Pandemic Schooling: One Year In

Episode 1: Check-In

We’re officially one year into the COVID-19 pandemic, and life continues to throw interesting curve balls nearly each week.

My three twice-exceptional kids – daughter C. (12 years old), son D. (10 years old), and daughter I. (8 years old) – have all been learning from home by Zoom with their public school teachers since March of 2020, with a few months off during the summer to recharge.

Given the limited schooling options available during a global health crisis (there are no perfect solutions), I’ve made peace with certain aspects of the remote learning model offered by our district, while accepting that others aren’t “good enough” by any stretch – but nonetheless simply “are what they are” for now.

So, how are we all doing?

My younger two kids, D. and I., seem to be relatively okay. (More on them in a moment.)

C., however, is not. She has stated openly that she wants and needs to be around same-age peers and with her teachers in person. She repeatedly rejects remote learning as “not school”, and has begun taking out her frustrations in passive-aggressive ways. I can’t really blame her (what else can a person do when they literally feel powerless?) but it’s hard to work with.

After receiving a caring but alarming email last week from one of C.’s teachers that she wasn’t even opening up her assignments during synchronous class time (let alone turning them in), C. admitted to me that she feels angry. I told her that made complete sense. There is a heck of a lot to feel angry about these days, especially as a teen or pre-teen.

Online learning simply isn’t C.’s “thing” – and, this many months into pandemic schooling, I don’t anticipate that changing. It seems she will continue to put in just as much work as necessary to get by and keep us off her case – but, she’s not really buying it. (I should add that she doesn’t want to switch to homeschooling – I’ve offered that option numerous times.)

It would be hypocritical of me to blame C. too harshly, not least because 12 years old is when I first bowed out of formal schooling, too (albeit in a very different context). Some form of “school refusal” may be in our future with her, and I think I’d better buckle up for that surprisingly common gifted-kid ride.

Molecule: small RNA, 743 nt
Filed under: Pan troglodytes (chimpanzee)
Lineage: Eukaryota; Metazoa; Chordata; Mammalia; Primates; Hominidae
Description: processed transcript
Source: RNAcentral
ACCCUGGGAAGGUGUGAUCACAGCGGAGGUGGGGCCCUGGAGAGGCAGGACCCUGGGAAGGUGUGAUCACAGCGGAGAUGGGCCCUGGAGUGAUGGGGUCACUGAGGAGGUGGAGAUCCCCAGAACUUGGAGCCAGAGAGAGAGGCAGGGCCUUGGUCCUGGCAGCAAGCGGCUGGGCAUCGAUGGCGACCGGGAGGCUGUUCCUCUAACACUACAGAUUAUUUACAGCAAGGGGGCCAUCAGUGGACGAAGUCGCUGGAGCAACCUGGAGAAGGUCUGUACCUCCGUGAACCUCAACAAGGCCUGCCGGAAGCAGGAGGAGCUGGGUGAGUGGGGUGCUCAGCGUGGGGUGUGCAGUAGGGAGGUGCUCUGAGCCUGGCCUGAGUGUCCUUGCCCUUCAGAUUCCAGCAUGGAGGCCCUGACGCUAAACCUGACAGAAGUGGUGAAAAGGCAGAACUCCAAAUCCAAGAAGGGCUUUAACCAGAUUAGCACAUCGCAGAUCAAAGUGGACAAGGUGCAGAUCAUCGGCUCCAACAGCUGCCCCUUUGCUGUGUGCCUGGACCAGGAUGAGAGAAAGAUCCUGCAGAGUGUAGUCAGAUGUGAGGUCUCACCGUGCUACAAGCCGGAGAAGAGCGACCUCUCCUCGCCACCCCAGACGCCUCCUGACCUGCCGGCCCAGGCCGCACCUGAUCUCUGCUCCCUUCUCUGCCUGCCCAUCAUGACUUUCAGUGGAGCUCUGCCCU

Speaking of choice in schooling during COVID-19 . . .  This leads me to a quick story about how I’m doing with everything pandemic-schooling-related. 

Episode 2: Vertigo and Return to In-Person Schooling

Given our nation’s disastrous response to the pandemic last year – as well as our district superintendent’s stated commitment to making data-informed decisions – I assumed that we should expect our kids’ schooling to remain remote for the rest of the school-year. A lot of time and energy has been put into “doing online schooling well” in our district, and it’s abundantly clear how committed teachers are and have been to this process.

Despite recent guidance from the CDC on how to safely open schools, I figured it would take at least until summertime for us to reach appropriate levels of safety for this to occur – and that it would actually be a pedagogical and emotional error to mix things up for our kids at this late stage in the game anyway, now that they’re finally used to the routine of online learning.

However, a few weeks ago all parents in our district received a surprising email late one Friday afternoon from our superintendent  (not vetted or seen by teachers ahead of time – but that’s a whole other can of worms), detailing plans for gradual hybrid re-opening of schools for students in grades K-5 – within the next few weeks.


This message felt completely out-of-the-blue, and threw me for a serious emotional loop. I didn’t quite know how to process it, so I simply “set it aside”, mentally-speaking.

Later that evening, however, I developed rapid-onset, extreme vertigo. When I tried to get up out of bed,  the world starting spinning around me. It was challenging even to get up and go to the bathroom. I went to sleep early that night, hoping and praying that by morning the vertigo would simply be gone, or at least lessened.

But, no. It was still there with a vengeance when I woke up on Saturday morning, and persisted throughout the day. I felt cautiously better by Sunday, incrementally better on Monday, and about the same on Tuesday – at which point I finally (randomly) made the time to talk with my younger sister, A. She and I were chatting away, and as soon as I shared about my vertigo (which hadn’t quite left – it was still lurking mildly in the corners, ready to pounce at any moment), we were busily trying to figure out its cause. Could it be:

We strongly suspected this third idea, though my husband pooh-poohed it, talking about materials safety data sheets, etc. Then suddenly I said to my sister:

“Oh yeah! There was something else that crazy day!”

(The Friday before my vertigo onset had been an unusually busy one, with virtual meetings taking me from talking with new colleagues in Turkey in the morning, to meeting with a formerly incarcerated student in the afternoon, to attending a spoken word performance as the final plenary session of a five-day online conference on providing higher education opportunities in prison in the late afternoon – all sandwiched in between making sure my kids were reasonably on track with their schoolwork, we were eating meals, and I was getting sufficient work-work done.)